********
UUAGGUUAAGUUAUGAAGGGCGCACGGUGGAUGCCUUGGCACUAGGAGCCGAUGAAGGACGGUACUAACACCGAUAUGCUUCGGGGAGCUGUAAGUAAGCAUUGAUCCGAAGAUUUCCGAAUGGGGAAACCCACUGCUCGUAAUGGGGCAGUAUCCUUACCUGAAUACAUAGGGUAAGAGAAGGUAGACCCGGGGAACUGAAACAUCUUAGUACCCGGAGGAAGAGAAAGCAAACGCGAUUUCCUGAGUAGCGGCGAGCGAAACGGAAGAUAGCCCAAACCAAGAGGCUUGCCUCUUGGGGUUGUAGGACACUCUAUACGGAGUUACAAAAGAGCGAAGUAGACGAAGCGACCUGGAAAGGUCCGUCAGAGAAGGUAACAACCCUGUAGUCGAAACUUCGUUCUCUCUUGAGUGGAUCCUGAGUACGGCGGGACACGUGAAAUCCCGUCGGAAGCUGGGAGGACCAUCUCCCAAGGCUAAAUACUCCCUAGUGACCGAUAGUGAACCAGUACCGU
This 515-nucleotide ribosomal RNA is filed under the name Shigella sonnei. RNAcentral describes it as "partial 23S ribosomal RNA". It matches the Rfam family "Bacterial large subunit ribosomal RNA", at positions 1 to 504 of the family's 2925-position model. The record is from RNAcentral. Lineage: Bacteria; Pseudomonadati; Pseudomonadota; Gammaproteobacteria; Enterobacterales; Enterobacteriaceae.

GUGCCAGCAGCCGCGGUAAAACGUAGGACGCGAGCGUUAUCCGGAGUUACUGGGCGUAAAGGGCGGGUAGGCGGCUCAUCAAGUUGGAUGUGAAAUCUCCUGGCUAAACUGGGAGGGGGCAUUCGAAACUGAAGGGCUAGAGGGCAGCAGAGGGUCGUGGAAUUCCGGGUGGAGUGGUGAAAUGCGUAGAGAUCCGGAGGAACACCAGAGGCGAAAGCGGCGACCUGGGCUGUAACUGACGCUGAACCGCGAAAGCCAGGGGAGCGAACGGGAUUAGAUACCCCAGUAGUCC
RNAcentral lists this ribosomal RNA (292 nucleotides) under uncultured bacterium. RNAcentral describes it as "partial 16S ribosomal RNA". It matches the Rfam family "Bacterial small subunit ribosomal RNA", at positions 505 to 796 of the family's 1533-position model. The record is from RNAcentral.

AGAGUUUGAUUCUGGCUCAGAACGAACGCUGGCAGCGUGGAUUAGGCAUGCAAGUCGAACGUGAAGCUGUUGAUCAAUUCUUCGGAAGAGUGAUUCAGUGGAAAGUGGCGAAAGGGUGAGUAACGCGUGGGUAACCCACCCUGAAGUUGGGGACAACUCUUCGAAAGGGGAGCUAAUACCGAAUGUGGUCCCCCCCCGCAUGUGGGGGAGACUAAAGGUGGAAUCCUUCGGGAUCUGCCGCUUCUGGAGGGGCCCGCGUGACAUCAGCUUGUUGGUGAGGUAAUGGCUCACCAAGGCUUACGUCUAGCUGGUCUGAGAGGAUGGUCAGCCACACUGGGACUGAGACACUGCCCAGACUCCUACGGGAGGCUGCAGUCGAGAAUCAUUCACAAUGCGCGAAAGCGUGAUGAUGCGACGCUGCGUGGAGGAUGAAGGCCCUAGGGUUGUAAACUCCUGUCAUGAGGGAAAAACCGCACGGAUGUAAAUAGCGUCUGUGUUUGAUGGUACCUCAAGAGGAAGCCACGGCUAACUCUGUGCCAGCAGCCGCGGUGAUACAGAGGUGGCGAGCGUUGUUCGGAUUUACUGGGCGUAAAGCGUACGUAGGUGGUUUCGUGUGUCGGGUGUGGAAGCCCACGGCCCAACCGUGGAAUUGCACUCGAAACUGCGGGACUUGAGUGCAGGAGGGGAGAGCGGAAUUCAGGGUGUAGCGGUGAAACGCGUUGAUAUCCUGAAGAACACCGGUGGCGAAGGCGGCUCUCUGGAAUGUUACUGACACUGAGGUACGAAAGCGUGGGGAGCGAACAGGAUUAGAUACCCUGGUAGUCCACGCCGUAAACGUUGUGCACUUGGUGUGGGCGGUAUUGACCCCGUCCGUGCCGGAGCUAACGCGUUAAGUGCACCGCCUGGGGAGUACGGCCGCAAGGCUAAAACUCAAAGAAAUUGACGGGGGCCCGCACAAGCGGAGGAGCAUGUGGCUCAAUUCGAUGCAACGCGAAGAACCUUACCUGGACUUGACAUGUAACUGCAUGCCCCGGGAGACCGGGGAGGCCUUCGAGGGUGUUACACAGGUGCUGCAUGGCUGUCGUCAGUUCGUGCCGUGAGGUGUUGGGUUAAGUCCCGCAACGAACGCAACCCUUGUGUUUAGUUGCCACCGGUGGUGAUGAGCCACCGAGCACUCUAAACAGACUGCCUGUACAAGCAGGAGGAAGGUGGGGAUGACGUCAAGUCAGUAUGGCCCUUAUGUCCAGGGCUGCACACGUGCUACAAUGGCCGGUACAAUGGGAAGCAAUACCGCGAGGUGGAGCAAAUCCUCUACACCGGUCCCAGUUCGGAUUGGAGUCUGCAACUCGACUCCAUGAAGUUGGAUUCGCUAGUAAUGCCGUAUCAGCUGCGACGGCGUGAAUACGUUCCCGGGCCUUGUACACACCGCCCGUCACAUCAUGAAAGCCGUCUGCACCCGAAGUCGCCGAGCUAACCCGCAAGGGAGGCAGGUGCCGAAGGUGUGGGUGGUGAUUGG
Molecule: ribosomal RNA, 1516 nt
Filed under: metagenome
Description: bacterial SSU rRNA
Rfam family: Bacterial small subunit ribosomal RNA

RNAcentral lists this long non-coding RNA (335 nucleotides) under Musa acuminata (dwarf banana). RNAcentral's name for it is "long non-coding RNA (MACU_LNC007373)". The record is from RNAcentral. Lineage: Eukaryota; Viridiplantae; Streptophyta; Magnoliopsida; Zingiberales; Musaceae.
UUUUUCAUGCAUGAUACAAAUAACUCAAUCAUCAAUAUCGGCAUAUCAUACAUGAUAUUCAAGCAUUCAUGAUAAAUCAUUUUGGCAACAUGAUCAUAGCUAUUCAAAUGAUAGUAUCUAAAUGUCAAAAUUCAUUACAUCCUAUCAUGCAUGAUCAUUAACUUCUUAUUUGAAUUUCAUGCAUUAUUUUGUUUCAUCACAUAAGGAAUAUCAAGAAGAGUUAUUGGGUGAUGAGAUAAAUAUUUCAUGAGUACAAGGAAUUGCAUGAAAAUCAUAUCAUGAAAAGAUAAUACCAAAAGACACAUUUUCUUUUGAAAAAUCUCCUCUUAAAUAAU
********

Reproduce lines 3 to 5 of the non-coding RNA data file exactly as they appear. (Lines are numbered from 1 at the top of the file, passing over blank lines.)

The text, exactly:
GUGCCAGCAGCCGCGGUAAAACGUAGGACGCGAGCGUUAUCCGGAGUUACUGGGCGUAAAGGGCGGGUAGGCGGCUCAUCAAGUUGGAUGUGAAAUCUCCUGGCUAAACUGGGAGGGGGCAUUCGAAACUGAAGGGCUAGAGGGCAGCAGAGGGUCGUGGAAUUCCGGGUGGAGUGGUGAAAUGCGUAGAGAUCCGGAGGAACACCAGAGGCGAAAGCGGCGACCUGGGCUGUAACUGACGCUGAACCGCGAAAGCCAGGGGAGCGAACGGGAUUAGAUACCCCAGUAGUCC
RNAcentral lists this ribosomal RNA (292 nucleotides) under uncultured bacterium. RNAcentral describes it as "partial 16S ribosomal RNA". It matches the Rfam family "Bacterial small subunit ribosomal RNA", at positions 505 to 796 of the family's 1533-position model. The record is from RNAcentral.

AGAGUUUGAUUCUGGCUCAGAACGAACGCUGGCAGCGUGGAUUAGGCAUGCAAGUCGAACGUGAAGCUGUUGAUCAAUUCUUCGGAAGAGUGAUUCAGUGGAAAGUGGCGAAAGGGUGAGUAACGCGUGGGUAACCCACCCUGAAGUUGGGGACAACUCUUCGAAAGGGGAGCUAAUACCGAAUGUGGUCCCCCCCCGCAUGUGGGGGAGACUAAAGGUGGAAUCCUUCGGGAUCUGCCGCUUCUGGAGGGGCCCGCGUGACAUCAGCUUGUUGGUGAGGUAAUGGCUCACCAAGGCUUACGUCUAGCUGGUCUGAGAGGAUGGUCAGCCACACUGGGACUGAGACACUGCCCAGACUCCUACGGGAGGCUGCAGUCGAGAAUCAUUCACAAUGCGCGAAAGCGUGAUGAUGCGACGCUGCGUGGAGGAUGAAGGCCCUAGGGUUGUAAACUCCUGUCAUGAGGGAAAAACCGCACGGAUGUAAAUAGCGUCUGUGUUUGAUGGUACCUCAAGAGGAAGCCACGGCUAACUCUGUGCCAGCAGCCGCGGUGAUACAGAGGUGGCGAGCGUUGUUCGGAUUUACUGGGCGUAAAGCGUACGUAGGUGGUUUCGUGUGUCGGGUGUGGAAGCCCACGGCCCAACCGUGGAAUUGCACUCGAAACUGCGGGACUUGAGUGCAGGAGGGGAGAGCGGAAUUCAGGGUGUAGCGGUGAAACGCGUUGAUAUCCUGAAGAACACCGGUGGCGAAGGCGGCUCUCUGGAAUGUUACUGACACUGAGGUACGAAAGCGUGGGGAGCGAACAGGAUUAGAUACCCUGGUAGUCCACGCCGUAAACGUUGUGCACUUGGUGUGGGCGGUAUUGACCCCGUCCGUGCCGGAGCUAACGCGUUAAGUGCACCGCCUGGGGAGUACGGCCGCAAGGCUAAAACUCAAAGAAAUUGACGGGGGCCCGCACAAGCGGAGGAGCAUGUGGCUCAAUUCGAUGCAACGCGAAGAACCUUACCUGGACUUGACAUGUAACUGCAUGCCCCGGGAGACCGGGGAGGCCUUCGAGGGUGUUACACAGGUGCUGCAUGGCUGUCGUCAGUUCGUGCCGUGAGGUGUUGGGUUAAGUCCCGCAACGAACGCAACCCUUGUGUUUAGUUGCCACCGGUGGUGAUGAGCCACCGAGCACUCUAAACAGACUGCCUGUACAAGCAGGAGGAAGGUGGGGAUGACGUCAAGUCAGUAUGGCCCUUAUGUCCAGGGCUGCACACGUGCUACAAUGGCCGGUACAAUGGGAAGCAAUACCGCGAGGUGGAGCAAAUCCUCUACACCGGUCCCAGUUCGGAUUGGAGUCUGCAACUCGACUCCAUGAAGUUGGAUUCGCUAGUAAUGCCGUAUCAGCUGCGACGGCGUGAAUACGUUCCCGGGCCUUGUACACACCGCCCGUCACAUCAUGAAAGCCGUCUGCACCCGAAGUCGCCGAGCUAACCCGCAAGGGAGGCAGGUGCCGAAGGUGUGGGUGGUGAUUGG